Swallowing difficulties and dysphagia
Understanding dysphagia and its causes.
Dysphagia is the medical term to describe difficulty in swallowing. This includes problems with:
- Dribbling saliva
- Closing your lips
Eating and drinking is a vital part of life. Difficulty swallowing can limit what you can eat and drink, leading to frustration, stress and health problems.
Signs and symptoms associated with dysphagia include:
- Gagging or choking when eating or drinking
- Food or drink getting stuck in your throat or going down the “wrong way”
- Eating a meal takes a long time (more than 30 minutes)
- The need to cough or clear your throat during or after eating and drinking
- Being short of breath when eating and drinking
- Avoiding some foods because they are hard to swallow
- Regular chest infections for no obvious reason
A surprisingly high proportion of adults are unable to swallow tablets or capsules as highlighted in a survey of patients aged over 60 years carried out by community pharmacists; almost 60% of the 792 respondents experienced difficulty in swallowing medication in this form. A similar proportion reported opening capsules or crushing tablets to make ingestion easier, unaware of the negative effect it may have on the activity of the drug.
Doctors are often unaware that their patient has an issue with the formulation of their medicine. It is important, therefore, for prescribers and other healthcare professionals to assess if the patient has swallowing difficulties, which may affect adherence.
Swallowing difficulty, or dysphagia, can occur in any age group although it is most common in older people since they are more prone to the causative diseases and age-related changes in salivary gland function. Up to one-third of residents in nursing homes may experience difficulty swallowing, resulting in the common practice of crushing or opening of medicines. NICE guidance on managing medicines in care homes recommends the identification of swallowing problems as an integral element of the medication review process. 
- Therapeutic outcomes may be affected in those not adhering to prescribed medications.
- Tablets or capsules may cause choking with consequent risk to the airway. 
- There may be an increased risk of a tablet or capsule becoming lodged in the patient’s throat or oesophagus, resulting in incorrect drug dispersal and subsequent changes in efficacy and/or tolerability, and possible oesophageal damage. 
Causes of dysphagia and related swallowing problems
- neurological conditions (e.g. stroke, progressive neurological disease)
- cancer (e.g. head, neck, oesophageal cancer)
- cardiac and respiratory disease
- physical/learning disabilities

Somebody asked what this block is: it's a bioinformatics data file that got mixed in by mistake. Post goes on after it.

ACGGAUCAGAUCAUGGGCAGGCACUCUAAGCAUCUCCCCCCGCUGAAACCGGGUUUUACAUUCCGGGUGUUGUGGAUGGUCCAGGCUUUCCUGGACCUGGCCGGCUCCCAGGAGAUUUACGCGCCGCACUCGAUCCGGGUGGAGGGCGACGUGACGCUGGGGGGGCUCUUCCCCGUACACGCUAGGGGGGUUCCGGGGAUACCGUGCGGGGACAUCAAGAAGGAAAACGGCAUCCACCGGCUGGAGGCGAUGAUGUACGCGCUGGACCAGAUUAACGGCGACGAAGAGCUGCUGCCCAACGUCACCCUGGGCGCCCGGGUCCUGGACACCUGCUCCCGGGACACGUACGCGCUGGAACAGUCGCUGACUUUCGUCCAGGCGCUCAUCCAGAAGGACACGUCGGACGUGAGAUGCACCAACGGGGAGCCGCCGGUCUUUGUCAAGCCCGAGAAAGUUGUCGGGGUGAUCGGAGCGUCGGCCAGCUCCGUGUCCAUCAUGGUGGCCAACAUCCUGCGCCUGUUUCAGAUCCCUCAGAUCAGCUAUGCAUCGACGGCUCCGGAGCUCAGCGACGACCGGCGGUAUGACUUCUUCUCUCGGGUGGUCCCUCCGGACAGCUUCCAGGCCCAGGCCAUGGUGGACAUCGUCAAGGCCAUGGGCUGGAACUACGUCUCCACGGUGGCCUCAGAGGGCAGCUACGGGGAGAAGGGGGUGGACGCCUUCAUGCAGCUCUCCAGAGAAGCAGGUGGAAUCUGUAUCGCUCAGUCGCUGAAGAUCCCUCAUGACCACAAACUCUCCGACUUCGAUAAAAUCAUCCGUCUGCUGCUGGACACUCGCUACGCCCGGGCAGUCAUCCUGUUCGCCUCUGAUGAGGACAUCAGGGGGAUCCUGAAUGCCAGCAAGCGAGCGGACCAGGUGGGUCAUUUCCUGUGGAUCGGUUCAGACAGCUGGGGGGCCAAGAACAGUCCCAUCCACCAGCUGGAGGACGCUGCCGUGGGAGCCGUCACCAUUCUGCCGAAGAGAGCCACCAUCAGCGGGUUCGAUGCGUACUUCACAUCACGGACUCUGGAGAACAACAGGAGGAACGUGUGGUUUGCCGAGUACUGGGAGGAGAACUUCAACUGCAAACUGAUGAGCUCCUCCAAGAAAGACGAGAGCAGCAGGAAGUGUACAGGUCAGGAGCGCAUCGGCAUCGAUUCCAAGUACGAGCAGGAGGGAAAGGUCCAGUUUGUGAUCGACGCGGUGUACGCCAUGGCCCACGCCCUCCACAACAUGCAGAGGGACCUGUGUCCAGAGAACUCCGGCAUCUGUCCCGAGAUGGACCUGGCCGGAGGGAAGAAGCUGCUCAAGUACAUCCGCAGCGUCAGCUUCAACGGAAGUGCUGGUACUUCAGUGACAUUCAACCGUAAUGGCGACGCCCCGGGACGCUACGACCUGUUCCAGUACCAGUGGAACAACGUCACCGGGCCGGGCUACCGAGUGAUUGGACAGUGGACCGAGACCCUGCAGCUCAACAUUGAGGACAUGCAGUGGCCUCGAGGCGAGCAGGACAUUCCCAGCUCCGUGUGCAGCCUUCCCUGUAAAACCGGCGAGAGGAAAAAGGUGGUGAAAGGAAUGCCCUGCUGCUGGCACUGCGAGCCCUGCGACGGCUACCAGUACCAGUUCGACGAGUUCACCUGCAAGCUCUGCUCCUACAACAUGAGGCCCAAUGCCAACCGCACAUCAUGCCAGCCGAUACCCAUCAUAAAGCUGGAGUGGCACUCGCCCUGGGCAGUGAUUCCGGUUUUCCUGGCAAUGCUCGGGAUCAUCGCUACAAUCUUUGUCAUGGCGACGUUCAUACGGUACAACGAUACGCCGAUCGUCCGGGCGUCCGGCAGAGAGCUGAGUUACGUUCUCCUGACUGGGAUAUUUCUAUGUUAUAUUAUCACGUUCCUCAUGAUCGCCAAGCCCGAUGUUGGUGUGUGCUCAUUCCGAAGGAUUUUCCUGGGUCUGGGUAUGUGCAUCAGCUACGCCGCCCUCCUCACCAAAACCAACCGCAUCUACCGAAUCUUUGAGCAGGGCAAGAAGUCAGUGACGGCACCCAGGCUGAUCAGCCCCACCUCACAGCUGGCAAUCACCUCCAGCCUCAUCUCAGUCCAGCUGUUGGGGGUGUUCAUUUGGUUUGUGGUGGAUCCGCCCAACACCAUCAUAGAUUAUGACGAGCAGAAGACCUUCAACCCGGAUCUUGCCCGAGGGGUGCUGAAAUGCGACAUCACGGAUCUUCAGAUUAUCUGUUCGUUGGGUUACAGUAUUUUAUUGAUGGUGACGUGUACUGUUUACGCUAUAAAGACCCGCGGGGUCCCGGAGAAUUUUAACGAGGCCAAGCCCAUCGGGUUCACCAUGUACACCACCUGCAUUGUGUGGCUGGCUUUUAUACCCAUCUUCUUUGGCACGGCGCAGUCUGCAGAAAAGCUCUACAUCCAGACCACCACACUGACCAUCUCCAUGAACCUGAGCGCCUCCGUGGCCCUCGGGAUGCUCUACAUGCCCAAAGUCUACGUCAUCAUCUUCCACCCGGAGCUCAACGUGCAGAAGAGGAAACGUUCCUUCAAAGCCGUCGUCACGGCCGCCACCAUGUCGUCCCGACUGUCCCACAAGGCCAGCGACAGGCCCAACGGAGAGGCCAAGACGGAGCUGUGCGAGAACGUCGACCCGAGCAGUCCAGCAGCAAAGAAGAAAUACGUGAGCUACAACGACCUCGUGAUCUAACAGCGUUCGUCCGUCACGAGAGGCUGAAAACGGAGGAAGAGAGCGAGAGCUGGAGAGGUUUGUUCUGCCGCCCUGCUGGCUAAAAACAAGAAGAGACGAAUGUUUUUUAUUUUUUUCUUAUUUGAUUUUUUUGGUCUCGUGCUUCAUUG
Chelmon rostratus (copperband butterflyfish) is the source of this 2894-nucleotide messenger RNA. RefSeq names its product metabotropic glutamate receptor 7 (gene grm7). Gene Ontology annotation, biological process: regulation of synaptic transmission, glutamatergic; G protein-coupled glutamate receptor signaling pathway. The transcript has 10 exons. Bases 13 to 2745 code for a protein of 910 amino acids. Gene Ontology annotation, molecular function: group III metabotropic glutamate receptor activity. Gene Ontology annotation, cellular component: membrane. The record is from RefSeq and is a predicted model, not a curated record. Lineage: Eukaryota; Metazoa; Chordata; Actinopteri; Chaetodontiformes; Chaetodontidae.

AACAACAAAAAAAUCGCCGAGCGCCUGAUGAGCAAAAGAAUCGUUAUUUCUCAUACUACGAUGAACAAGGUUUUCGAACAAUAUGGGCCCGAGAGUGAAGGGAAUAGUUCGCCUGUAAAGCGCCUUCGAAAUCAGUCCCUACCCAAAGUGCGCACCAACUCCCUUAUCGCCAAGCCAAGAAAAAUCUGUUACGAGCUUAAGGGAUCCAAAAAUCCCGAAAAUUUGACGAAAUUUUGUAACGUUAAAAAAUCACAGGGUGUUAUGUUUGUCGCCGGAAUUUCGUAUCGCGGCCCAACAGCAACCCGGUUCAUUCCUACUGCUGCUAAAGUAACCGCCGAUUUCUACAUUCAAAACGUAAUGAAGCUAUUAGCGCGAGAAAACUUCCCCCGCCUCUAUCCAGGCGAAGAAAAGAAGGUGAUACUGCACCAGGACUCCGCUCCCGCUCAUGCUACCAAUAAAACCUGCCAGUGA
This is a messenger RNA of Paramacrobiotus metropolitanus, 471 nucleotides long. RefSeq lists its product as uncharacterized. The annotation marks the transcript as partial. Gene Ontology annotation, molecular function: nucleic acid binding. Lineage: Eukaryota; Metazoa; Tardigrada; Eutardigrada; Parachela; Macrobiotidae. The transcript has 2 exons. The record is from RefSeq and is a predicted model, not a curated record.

The ‘normal’ swallow needs the respiratory, oral, pharyngeal, laryngeal and oesophageal structures to function with one another. This is dependent on the motor and sensory nervous system being intact.
|Preparation of food and drink for transit into the pharynx. Once the preparation is complete, a bolus is formed. At the end of the phase, the bolus is propelled backward towards the pharynx by the tongue.
|Failure to detect material within the mouth can be caused by a sensory or cognitive disturbance.
Uncontrolled material may spill from the lips or into the pharynx. Altered muscle tone affects the action of the jaw, lips, tongue and soft palate disrupting the retention and preparation of the bolus.
|Provides a mechanism to prevent material entering the airway. The main activities are the cessation of breathing and closure of the airway.
|Aspiration prior to the swallow – Loss of sensation within the pharynx results in absent or delayed initiation of the pharyngeal phase.
Aspiration during the swallow – Incomplete closure of the vocal folds.
Aspiration after the swallow – Incomplete elevation of the larynx results in the failure to clear all material from the pharynx.
|Describes the transport of the bolus through the oesophagus, consisting of muscle contractions to transport the bolus.
|Loss of muscle contractions
Stricture / obstruction
- Dysphagia (difficulty swallowing). Available at: https://www.healthdirect.gov.au/dysphagia (Accessed 13rd September 2023)
- Guideline on the medication management of adults with swallowing difficulties. Available at: https://www.rosemontpharma.com/wp-content/uploads/2023/10/Wright-D-Chapman-N-Foundling-Miah-M-et-al.-Consensus-guideline-on-the-medication-management-of-adults-with-swallowing-difficulties.-Sept-2015.pdf (Accessed 13rd September 2023)
- Wright et al. 2011. Prescribing Medicines for Patients with Dysphagia. A handbook for healthcare professionals.
- Dysphagia – Guidance. Available at: https://www.rcslt.org/members/clinical-guidance/dysphagia/dysphagia-guidance/#section-2 (Accessed 13rd September 2023)